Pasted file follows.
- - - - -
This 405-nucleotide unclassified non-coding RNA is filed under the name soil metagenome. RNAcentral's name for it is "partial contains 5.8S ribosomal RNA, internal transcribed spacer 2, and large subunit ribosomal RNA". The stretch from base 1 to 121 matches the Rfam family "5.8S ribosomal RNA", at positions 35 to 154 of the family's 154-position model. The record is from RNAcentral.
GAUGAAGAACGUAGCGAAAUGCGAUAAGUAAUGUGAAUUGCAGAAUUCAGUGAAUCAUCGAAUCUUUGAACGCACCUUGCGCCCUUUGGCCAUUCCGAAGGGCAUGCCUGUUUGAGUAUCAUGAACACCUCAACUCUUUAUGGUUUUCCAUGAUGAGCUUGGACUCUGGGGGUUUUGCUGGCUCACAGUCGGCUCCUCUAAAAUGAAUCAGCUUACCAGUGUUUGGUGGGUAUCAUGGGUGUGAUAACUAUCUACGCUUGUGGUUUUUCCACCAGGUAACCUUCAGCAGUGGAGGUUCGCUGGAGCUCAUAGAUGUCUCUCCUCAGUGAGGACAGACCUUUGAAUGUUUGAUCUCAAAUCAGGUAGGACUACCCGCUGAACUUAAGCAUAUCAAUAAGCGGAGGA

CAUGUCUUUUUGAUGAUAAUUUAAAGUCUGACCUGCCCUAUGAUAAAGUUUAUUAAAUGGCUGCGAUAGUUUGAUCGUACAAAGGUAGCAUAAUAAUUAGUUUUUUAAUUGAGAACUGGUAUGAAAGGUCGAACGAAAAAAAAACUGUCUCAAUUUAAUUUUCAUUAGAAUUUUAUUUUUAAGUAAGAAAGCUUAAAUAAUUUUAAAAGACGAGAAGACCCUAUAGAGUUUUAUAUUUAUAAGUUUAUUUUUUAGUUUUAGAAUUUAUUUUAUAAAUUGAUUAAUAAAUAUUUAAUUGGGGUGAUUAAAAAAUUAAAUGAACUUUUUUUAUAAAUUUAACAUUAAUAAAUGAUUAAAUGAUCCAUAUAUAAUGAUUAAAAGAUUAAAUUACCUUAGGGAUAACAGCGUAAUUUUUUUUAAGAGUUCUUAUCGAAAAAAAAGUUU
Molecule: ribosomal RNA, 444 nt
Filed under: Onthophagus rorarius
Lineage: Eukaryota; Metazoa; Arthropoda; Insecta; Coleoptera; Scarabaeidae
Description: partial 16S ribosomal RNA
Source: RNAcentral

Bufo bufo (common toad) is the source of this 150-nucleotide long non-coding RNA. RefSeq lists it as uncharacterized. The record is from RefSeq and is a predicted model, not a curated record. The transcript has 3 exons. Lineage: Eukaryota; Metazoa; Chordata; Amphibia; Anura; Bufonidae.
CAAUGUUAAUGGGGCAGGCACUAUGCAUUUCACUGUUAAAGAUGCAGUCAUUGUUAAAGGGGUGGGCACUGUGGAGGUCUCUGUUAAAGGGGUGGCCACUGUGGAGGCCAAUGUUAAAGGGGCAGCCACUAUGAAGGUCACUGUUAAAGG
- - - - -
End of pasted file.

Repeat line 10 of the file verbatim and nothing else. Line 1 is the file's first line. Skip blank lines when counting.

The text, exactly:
CAAUGUUAAUGGGGCAGGCACUAUGCAUUUCACUGUUAAAGAUGCAGUCAUUGUUAAAGGGGUGGGCACUGUGGAGGUCUCUGUUAAAGGGGUGGCCACUGUGGAGGCCAAUGUUAAAGGGGCAGCCACUAUGAAGGUCACUGUUAAAGG